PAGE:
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DICE CEO: "What is it that the people really liked about Bad Company?"

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Battlefield: Bad Company 2 was selected as the 2010 Shooter of the Year by PC Gamer UK. So why, four years later and despite insistence that it's " still out there ," is there still no Bad Company 3? DICE chief Karl-Magnus Troedsson says he knows people want a sequel, the problem is that the studio can't quite figure out exactly what people loved about the series.

It's not that Troedsson and company think the Bad Company games were substandard by any measure; if anything, it's the opposite. "Some people say they found the multiplayer controls faster and more direct," he told Eurogamer . "Some people liked the single-player and the characters and the humor. People love different things about it. It's starting to almost get to that place where, if we were to make a sequel to Bad Company, what would than even imply?"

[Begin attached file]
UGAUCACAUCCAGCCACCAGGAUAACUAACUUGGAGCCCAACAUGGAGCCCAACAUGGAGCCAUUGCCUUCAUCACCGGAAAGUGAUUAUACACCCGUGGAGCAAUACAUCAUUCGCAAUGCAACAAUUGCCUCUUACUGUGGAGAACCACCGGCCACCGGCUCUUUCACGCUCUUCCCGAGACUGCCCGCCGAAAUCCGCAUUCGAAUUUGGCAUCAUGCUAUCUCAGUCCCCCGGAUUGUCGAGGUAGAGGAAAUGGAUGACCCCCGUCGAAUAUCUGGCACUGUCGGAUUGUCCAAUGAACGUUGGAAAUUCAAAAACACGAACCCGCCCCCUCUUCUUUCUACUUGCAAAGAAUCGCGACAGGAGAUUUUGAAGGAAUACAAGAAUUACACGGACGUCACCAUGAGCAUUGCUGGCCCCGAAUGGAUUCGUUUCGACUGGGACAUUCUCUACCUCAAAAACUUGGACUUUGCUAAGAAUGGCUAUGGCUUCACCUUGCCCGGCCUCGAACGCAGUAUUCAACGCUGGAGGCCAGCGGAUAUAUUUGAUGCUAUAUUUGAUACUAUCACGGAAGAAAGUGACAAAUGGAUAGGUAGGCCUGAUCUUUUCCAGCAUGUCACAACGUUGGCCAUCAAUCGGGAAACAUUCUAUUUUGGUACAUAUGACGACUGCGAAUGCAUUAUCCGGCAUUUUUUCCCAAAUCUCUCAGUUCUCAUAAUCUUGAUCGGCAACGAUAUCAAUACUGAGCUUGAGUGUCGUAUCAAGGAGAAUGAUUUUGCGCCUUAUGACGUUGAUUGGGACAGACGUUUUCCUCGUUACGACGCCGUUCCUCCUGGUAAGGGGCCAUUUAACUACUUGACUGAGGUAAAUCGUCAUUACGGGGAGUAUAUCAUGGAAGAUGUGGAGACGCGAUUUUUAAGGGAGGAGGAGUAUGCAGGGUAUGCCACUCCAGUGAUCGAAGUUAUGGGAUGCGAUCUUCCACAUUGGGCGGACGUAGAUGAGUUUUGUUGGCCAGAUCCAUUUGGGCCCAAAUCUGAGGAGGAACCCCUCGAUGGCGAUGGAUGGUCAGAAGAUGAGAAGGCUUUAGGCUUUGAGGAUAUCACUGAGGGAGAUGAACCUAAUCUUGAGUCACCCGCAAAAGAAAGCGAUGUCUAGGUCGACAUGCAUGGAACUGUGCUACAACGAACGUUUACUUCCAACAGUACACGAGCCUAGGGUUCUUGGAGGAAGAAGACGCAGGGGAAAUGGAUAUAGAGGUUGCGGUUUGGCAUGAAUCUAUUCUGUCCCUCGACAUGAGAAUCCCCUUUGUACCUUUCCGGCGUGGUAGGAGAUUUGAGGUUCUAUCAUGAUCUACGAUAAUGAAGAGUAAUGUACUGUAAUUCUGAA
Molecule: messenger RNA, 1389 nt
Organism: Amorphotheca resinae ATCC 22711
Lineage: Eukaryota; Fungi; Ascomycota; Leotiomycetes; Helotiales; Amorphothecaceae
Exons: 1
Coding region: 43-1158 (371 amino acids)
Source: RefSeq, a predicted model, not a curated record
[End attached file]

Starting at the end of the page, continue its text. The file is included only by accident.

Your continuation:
"It's scary to go back and try to remake an old fan favorite when actually no-one can really put their finger on what it is people love. Bringing back the characters and creating a great single-player out of that, sure, I can understand that," he said. "But some people say this: the Bad Company 2 multiplayer is the best you've ever done. Okay, why is that? It's hard for people to articulate what that is, which is actually hard for us. It would be hard to remake something like that."

Here's a thought: Start with interesting, not-too-serious characters, throw them into an interesting, slightly over-the-top and occasionally goofy story, and wrap it all up with plenty of guns, explosions and small-scale, class-based online combat. It might just work.

Andy has been gaming on PCs from the very beginning, starting as a youngster with text adventures and primitive action games on a cassette-based TRS80. From there he graduated to the glory days of Sierra Online adventures and Microprose sims, ran a local BBS, learned how to build PCs, and developed a longstanding love of RPGs, immersive sims, and shooters. He began writing videogame news in 2007 for The Escapist and somehow managed to avoid getting fired until 2014, when he joined the storied ranks of PC Gamer. He covers all aspects of the industry, from new game announcements and patch notes to legal disputes, Twitch beefs, esports, and Henry Cavill. Lots of Henry Cavill.